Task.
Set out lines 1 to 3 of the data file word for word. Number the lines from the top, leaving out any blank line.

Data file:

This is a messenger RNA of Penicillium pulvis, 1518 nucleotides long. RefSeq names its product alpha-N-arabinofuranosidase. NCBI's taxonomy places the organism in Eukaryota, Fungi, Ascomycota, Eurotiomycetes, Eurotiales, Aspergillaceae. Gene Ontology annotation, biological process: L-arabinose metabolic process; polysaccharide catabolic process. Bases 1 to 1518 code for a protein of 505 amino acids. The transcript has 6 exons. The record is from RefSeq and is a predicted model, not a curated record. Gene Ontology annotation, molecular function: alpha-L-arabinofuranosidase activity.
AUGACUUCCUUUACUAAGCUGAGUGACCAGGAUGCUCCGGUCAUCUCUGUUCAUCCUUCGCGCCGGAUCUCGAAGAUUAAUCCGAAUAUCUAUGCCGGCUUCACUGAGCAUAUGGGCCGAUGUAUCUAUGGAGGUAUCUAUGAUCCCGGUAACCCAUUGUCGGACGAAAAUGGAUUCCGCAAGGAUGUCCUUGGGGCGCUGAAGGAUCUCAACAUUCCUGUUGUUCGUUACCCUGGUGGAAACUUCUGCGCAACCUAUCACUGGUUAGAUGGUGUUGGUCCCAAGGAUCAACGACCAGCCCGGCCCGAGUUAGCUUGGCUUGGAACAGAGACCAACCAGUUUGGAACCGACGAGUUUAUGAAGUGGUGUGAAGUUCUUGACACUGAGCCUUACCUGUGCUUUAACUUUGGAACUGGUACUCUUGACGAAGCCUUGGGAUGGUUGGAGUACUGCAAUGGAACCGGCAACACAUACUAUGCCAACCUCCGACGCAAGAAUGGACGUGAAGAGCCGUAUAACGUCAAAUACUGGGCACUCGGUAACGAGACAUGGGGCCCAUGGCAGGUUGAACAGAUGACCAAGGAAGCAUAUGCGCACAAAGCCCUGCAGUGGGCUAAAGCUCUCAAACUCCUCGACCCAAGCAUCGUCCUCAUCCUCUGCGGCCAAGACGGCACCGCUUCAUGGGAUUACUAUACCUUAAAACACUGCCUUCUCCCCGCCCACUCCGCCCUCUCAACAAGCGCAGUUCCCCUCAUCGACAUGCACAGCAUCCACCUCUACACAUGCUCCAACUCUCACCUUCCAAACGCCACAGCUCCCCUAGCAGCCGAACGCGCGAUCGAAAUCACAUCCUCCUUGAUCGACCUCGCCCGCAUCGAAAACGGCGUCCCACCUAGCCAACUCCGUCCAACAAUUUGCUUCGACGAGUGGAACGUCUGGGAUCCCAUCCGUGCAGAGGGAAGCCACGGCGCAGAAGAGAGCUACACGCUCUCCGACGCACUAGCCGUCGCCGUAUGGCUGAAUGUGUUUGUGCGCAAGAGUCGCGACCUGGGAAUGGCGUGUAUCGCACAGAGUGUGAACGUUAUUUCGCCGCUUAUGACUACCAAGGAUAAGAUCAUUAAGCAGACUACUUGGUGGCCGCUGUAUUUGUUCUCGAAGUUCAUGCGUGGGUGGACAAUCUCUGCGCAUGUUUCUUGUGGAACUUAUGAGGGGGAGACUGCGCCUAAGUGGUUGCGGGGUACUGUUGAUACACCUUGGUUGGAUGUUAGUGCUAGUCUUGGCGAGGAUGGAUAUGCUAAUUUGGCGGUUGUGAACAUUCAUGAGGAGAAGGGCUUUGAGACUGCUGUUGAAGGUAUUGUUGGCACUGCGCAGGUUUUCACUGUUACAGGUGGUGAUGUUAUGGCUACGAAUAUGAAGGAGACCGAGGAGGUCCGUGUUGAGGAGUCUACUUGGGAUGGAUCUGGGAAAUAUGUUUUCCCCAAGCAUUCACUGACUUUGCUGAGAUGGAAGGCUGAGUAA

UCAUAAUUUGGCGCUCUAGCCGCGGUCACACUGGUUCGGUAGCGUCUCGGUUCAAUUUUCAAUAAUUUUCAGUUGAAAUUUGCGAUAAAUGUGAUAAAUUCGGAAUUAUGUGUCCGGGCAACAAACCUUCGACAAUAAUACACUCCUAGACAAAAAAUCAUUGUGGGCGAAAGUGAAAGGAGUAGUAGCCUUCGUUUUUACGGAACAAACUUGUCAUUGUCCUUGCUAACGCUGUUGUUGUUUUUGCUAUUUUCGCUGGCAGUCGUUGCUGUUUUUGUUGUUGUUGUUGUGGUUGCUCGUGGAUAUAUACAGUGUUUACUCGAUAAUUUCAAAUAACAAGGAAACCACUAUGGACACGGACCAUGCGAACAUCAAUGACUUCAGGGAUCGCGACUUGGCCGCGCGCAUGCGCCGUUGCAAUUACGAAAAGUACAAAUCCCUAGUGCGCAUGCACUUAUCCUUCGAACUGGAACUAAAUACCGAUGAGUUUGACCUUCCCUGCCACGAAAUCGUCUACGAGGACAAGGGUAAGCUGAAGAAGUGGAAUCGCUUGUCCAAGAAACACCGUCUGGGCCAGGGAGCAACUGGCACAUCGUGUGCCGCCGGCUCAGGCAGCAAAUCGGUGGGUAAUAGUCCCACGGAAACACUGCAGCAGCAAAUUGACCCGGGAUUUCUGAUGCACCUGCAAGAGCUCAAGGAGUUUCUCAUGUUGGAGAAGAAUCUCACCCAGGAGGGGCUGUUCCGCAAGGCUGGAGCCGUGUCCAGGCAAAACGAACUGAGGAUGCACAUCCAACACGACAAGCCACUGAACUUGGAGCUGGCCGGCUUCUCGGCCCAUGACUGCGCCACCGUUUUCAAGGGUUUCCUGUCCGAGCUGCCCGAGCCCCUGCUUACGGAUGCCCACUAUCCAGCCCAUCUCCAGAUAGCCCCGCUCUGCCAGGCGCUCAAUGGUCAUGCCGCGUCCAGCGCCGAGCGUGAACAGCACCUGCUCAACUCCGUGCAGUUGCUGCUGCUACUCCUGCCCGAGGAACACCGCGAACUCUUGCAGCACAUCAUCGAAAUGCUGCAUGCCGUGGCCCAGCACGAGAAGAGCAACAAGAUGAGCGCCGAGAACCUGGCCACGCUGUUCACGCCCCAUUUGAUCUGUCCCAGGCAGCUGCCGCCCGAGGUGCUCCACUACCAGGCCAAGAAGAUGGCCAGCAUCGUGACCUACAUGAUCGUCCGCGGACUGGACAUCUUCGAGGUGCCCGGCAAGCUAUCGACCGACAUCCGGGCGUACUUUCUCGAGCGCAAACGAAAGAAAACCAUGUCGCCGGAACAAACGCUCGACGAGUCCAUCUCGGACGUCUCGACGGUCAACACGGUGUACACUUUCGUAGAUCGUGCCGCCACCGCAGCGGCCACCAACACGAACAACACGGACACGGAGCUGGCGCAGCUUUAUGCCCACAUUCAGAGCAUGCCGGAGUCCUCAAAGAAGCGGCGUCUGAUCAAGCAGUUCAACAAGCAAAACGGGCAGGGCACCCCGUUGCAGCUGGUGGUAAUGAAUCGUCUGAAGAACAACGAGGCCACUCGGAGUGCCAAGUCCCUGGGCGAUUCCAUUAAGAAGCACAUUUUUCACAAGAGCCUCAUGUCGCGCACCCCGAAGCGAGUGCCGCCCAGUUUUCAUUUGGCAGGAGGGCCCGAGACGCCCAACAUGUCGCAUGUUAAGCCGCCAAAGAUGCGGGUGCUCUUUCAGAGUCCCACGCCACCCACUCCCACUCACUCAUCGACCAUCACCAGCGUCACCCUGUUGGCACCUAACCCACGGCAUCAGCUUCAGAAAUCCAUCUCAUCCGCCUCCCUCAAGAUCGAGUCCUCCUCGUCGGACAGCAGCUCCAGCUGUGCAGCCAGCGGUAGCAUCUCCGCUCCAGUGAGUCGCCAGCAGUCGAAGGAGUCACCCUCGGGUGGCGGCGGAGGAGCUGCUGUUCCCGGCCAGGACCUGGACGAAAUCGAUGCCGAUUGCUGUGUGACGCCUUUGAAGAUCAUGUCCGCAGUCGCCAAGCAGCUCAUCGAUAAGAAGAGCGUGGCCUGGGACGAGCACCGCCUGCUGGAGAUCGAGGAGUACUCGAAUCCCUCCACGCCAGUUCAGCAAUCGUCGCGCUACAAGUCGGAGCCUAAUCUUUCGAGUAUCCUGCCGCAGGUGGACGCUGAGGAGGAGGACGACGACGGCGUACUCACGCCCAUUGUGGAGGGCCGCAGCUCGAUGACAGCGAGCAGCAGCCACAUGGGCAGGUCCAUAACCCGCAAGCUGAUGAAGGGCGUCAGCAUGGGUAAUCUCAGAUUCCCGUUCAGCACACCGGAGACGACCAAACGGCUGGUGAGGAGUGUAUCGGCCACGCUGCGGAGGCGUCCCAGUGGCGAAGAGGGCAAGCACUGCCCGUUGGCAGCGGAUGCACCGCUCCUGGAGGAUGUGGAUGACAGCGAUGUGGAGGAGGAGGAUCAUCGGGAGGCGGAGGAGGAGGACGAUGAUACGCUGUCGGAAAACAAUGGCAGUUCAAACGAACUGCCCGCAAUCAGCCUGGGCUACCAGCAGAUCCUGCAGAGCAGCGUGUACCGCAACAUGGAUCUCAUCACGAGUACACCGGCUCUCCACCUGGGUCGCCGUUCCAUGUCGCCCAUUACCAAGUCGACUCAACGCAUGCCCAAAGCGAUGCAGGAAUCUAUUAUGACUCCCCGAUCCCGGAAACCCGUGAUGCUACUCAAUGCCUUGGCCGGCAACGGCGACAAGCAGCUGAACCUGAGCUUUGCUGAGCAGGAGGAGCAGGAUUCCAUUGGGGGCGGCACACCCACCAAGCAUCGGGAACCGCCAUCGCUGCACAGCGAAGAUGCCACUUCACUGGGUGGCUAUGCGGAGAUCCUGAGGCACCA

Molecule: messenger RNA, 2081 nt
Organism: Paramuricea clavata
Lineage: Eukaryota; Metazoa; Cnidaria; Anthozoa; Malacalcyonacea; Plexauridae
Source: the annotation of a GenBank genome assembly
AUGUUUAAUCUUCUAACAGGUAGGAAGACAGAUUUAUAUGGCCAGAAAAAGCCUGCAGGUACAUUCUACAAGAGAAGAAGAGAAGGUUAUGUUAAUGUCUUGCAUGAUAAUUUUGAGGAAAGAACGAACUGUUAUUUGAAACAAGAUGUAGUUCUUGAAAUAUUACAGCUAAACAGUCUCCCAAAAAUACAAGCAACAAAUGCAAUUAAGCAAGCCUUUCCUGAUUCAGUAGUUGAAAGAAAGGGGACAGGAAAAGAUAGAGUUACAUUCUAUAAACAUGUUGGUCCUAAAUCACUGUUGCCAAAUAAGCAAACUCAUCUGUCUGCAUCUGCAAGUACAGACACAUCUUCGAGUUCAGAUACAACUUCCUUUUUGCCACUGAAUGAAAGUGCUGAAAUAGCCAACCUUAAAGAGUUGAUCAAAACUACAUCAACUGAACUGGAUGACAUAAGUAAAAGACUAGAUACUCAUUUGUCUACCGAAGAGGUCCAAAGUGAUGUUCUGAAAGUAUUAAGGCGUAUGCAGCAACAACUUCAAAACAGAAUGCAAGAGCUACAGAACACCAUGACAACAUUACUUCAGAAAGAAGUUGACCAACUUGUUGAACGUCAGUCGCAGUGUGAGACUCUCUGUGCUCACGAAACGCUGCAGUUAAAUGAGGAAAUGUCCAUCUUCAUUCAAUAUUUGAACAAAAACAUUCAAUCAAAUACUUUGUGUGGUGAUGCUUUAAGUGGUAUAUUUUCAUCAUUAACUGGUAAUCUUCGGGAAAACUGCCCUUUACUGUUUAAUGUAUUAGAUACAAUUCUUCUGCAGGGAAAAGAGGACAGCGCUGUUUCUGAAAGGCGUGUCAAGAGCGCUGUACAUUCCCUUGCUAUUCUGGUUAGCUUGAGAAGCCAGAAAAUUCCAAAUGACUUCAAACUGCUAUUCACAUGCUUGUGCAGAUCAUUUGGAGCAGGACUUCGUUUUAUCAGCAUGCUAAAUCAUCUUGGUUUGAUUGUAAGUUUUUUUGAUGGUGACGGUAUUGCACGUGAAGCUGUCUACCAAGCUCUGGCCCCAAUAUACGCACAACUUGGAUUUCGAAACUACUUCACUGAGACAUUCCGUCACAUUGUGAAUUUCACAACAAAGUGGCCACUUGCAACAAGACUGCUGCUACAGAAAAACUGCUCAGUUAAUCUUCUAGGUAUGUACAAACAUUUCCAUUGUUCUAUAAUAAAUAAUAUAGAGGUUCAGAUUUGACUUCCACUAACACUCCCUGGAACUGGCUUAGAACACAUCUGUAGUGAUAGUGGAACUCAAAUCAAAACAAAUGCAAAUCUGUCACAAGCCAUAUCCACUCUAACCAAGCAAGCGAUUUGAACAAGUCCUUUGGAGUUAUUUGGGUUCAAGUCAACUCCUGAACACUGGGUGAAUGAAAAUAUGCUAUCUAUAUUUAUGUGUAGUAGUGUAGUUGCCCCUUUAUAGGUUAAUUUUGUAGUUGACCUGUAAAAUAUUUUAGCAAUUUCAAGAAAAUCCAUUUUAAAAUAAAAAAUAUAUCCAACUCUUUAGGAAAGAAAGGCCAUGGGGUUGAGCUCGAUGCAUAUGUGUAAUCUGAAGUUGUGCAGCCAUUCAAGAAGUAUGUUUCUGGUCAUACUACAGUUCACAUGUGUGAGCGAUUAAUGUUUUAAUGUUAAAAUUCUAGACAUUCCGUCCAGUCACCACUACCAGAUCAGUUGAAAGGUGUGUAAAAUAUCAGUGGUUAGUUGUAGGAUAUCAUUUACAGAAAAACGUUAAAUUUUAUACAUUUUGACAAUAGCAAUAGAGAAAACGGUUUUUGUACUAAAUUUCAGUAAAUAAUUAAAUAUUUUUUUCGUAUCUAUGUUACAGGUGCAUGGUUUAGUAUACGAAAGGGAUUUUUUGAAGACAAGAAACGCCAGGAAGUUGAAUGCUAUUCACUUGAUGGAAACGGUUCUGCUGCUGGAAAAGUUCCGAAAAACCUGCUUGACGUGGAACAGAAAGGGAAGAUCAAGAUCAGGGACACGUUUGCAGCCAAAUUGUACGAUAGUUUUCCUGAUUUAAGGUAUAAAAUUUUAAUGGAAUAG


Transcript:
This is a messenger RNA of Penicillium pulvis, 1518 nucleotides long. RefSeq names its product alpha-N-arabinofuranosidase. NCBI's taxonomy places the organism in Eukaryota, Fungi, Ascomycota, Eurotiomycetes, Eurotiales, Aspergillaceae. Gene Ontology annotation, biological process: L-arabinose metabolic process; polysaccharide catabolic process. Bases 1 to 1518 code for a protein of 505 amino acids. The transcript has 6 exons. The record is from RefSeq and is a predicted model, not a curated record. Gene Ontology annotation, molecular function: alpha-L-arabinofuranosidase activity.
AUGACUUCCUUUACUAAGCUGAGUGACCAGGAUGCUCCGGUCAUCUCUGUUCAUCCUUCGCGCCGGAUCUCGAAGAUUAAUCCGAAUAUCUAUGCCGGCUUCACUGAGCAUAUGGGCCGAUGUAUCUAUGGAGGUAUCUAUGAUCCCGGUAACCCAUUGUCGGACGAAAAUGGAUUCCGCAAGGAUGUCCUUGGGGCGCUGAAGGAUCUCAACAUUCCUGUUGUUCGUUACCCUGGUGGAAACUUCUGCGCAACCUAUCACUGGUUAGAUGGUGUUGGUCCCAAGGAUCAACGACCAGCCCGGCCCGAGUUAGCUUGGCUUGGAACAGAGACCAACCAGUUUGGAACCGACGAGUUUAUGAAGUGGUGUGAAGUUCUUGACACUGAGCCUUACCUGUGCUUUAACUUUGGAACUGGUACUCUUGACGAAGCCUUGGGAUGGUUGGAGUACUGCAAUGGAACCGGCAACACAUACUAUGCCAACCUCCGACGCAAGAAUGGACGUGAAGAGCCGUAUAACGUCAAAUACUGGGCACUCGGUAACGAGACAUGGGGCCCAUGGCAGGUUGAACAGAUGACCAAGGAAGCAUAUGCGCACAAAGCCCUGCAGUGGGCUAAAGCUCUCAAACUCCUCGACCCAAGCAUCGUCCUCAUCCUCUGCGGCCAAGACGGCACCGCUUCAUGGGAUUACUAUACCUUAAAACACUGCCUUCUCCCCGCCCACUCCGCCCUCUCAACAAGCGCAGUUCCCCUCAUCGACAUGCACAGCAUCCACCUCUACACAUGCUCCAACUCUCACCUUCCAAACGCCACAGCUCCCCUAGCAGCCGAACGCGCGAUCGAAAUCACAUCCUCCUUGAUCGACCUCGCCCGCAUCGAAAACGGCGUCCCACCUAGCCAACUCCGUCCAACAAUUUGCUUCGACGAGUGGAACGUCUGGGAUCCCAUCCGUGCAGAGGGAAGCCACGGCGCAGAAGAGAGCUACACGCUCUCCGACGCACUAGCCGUCGCCGUAUGGCUGAAUGUGUUUGUGCGCAAGAGUCGCGACCUGGGAAUGGCGUGUAUCGCACAGAGUGUGAACGUUAUUUCGCCGCUUAUGACUACCAAGGAUAAGAUCAUUAAGCAGACUACUUGGUGGCCGCUGUAUUUGUUCUCGAAGUUCAUGCGUGGGUGGACAAUCUCUGCGCAUGUUUCUUGUGGAACUUAUGAGGGGGAGACUGCGCCUAAGUGGUUGCGGGGUACUGUUGAUACACCUUGGUUGGAUGUUAGUGCUAGUCUUGGCGAGGAUGGAUAUGCUAAUUUGGCGGUUGUGAACAUUCAUGAGGAGAAGGGCUUUGAGACUGCUGUUGAAGGUAUUGUUGGCACUGCGCAGGUUUUCACUGUUACAGGUGGUGAUGUUAUGGCUACGAAUAUGAAGGAGACCGAGGAGGUCCGUGUUGAGGAGUCUACUUGGGAUGGAUCUGGGAAAUAUGUUUUCCCCAAGCAUUCACUGACUUUGCUGAGAUGGAAGGCUGAGUAA

UCAUAAUUUGGCGCUCUAGCCGCGGUCACACUGGUUCGGUAGCGUCUCGGUUCAAUUUUCAAUAAUUUUCAGUUGAAAUUUGCGAUAAAUGUGAUAAAUUCGGAAUUAUGUGUCCGGGCAACAAACCUUCGACAAUAAUACACUCCUAGACAAAAAAUCAUUGUGGGCGAAAGUGAAAGGAGUAGUAGCCUUCGUUUUUACGGAACAAACUUGUCAUUGUCCUUGCUAACGCUGUUGUUGUUUUUGCUAUUUUCGCUGGCAGUCGUUGCUGUUUUUGUUGUUGUUGUUGUGGUUGCUCGUGGAUAUAUACAGUGUUUACUCGAUAAUUUCAAAUAACAAGGAAACCACUAUGGACACGGACCAUGCGAACAUCAAUGACUUCAGGGAUCGCGACUUGGCCGCGCGCAUGCGCCGUUGCAAUUACGAAAAGUACAAAUCCCUAGUGCGCAUGCACUUAUCCUUCGAACUGGAACUAAAUACCGAUGAGUUUGACCUUCCCUGCCACGAAAUCGUCUACGAGGACAAGGGUAAGCUGAAGAAGUGGAAUCGCUUGUCCAAGAAACACCGUCUGGGCCAGGGAGCAACUGGCACAUCGUGUGCCGCCGGCUCAGGCAGCAAAUCGGUGGGUAAUAGUCCCACGGAAACACUGCAGCAGCAAAUUGACCCGGGAUUUCUGAUGCACCUGCAAGAGCUCAAGGAGUUUCUCAUGUUGGAGAAGAAUCUCACCCAGGAGGGGCUGUUCCGCAAGGCUGGAGCCGUGUCCAGGCAAAACGAACUGAGGAUGCACAUCCAACACGACAAGCCACUGAACUUGGAGCUGGCCGGCUUCUCGGCCCAUGACUGCGCCACCGUUUUCAAGGGUUUCCUGUCCGAGCUGCCCGAGCCCCUGCUUACGGAUGCCCACUAUCCAGCCCAUCUCCAGAUAGCCCCGCUCUGCCAGGCGCUCAAUGGUCAUGCCGCGUCCAGCGCCGAGCGUGAACAGCACCUGCUCAACUCCGUGCAGUUGCUGCUGCUACUCCUGCCCGAGGAACACCGCGAACUCUUGCAGCACAUCAUCGAAAUGCUGCAUGCCGUGGCCCAGCACGAGAAGAGCAACAAGAUGAGCGCCGAGAACCUGGCCACGCUGUUCACGCCCCAUUUGAUCUGUCCCAGGCAGCUGCCGCCCGAGGUGCUCCACUACCAGGCCAAGAAGAUGGCCAGCAUCGUGACCUACAUGAUCGUCCGCGGACUGGACAUCUUCGAGGUGCCCGGCAAGCUAUCGACCGACAUCCGGGCGUACUUUCUCGAGCGCAAACGAAAGAAAACCAUGUCGCCGGAACAAACGCUCGACGAGUCCAUCUCGGACGUCUCGACGGUCAACACGGUGUACACUUUCGUAGAUCGUGCCGCCACCGCAGCGGCCACCAACACGAACAACACGGACACGGAGCUGGCGCAGCUUUAUGCCCACAUUCAGAGCAUGCCGGAGUCCUCAAAGAAGCGGCGUCUGAUCAAGCAGUUCAACAAGCAAAACGGGCAGGGCACCCCGUUGCAGCUGGUGGUAAUGAAUCGUCUGAAGAACAACGAGGCCACUCGGAGUGCCAAGUCCCUGGGCGAUUCCAUUAAGAAGCACAUUUUUCACAAGAGCCUCAUGUCGCGCACCCCGAAGCGAGUGCCGCCCAGUUUUCAUUUGGCAGGAGGGCCCGAGACGCCCAACAUGUCGCAUGUUAAGCCGCCAAAGAUGCGGGUGCUCUUUCAGAGUCCCACGCCACCCACUCCCACUCACUCAUCGACCAUCACCAGCGUCACCCUGUUGGCACCUAACCCACGGCAUCAGCUUCAGAAAUCCAUCUCAUCCGCCUCCCUCAAGAUCGAGUCCUCCUCGUCGGACAGCAGCUCCAGCUGUGCAGCCAGCGGUAGCAUCUCCGCUCCAGUGAGUCGCCAGCAGUCGAAGGAGUCACCCUCGGGUGGCGGCGGAGGAGCUGCUGUUCCCGGCCAGGACCUGGACGAAAUCGAUGCCGAUUGCUGUGUGACGCCUUUGAAGAUCAUGUCCGCAGUCGCCAAGCAGCUCAUCGAUAAGAAGAGCGUGGCCUGGGACGAGCACCGCCUGCUGGAGAUCGAGGAGUACUCGAAUCCCUCCACGCCAGUUCAGCAAUCGUCGCGCUACAAGUCGGAGCCUAAUCUUUCGAGUAUCCUGCCGCAGGUGGACGCUGAGGAGGAGGACGACGACGGCGUACUCACGCCCAUUGUGGAGGGCCGCAGCUCGAUGACAGCGAGCAGCAGCCACAUGGGCAGGUCCAUAACCCGCAAGCUGAUGAAGGGCGUCAGCAUGGGUAAUCUCAGAUUCCCGUUCAGCACACCGGAGACGACCAAACGGCUGGUGAGGAGUGUAUCGGCCACGCUGCGGAGGCGUCCCAGUGGCGAAGAGGGCAAGCACUGCCCGUUGGCAGCGGAUGCACCGCUCCUGGAGGAUGUGGAUGACAGCGAUGUGGAGGAGGAGGAUCAUCGGGAGGCGGAGGAGGAGGACGAUGAUACGCUGUCGGAAAACAAUGGCAGUUCAAACGAACUGCCCGCAAUCAGCCUGGGCUACCAGCAGAUCCUGCAGAGCAGCGUGUACCGCAACAUGGAUCUCAUCACGAGUACACCGGCUCUCCACCUGGGUCGCCGUUCCAUGUCGCCCAUUACCAAGUCGACUCAACGCAUGCCCAAAGCGAUGCAGGAAUCUAUUAUGACUCCCCGAUCCCGGAAACCCGUGAUGCUACUCAAUGCCUUGGCCGGCAACGGCGACAAGCAGCUGAACCUGAGCUUUGCUGAGCAGGAGGAGCAGGAUUCCAUUGGGGGCGGCACACCCACCAAGCAUCGGGAACCGCCAUCGCUGCACAGCGAAGAUGCCACUUCACUGGGUGGCUAUGCGGAGAUCCUGAGGCACCA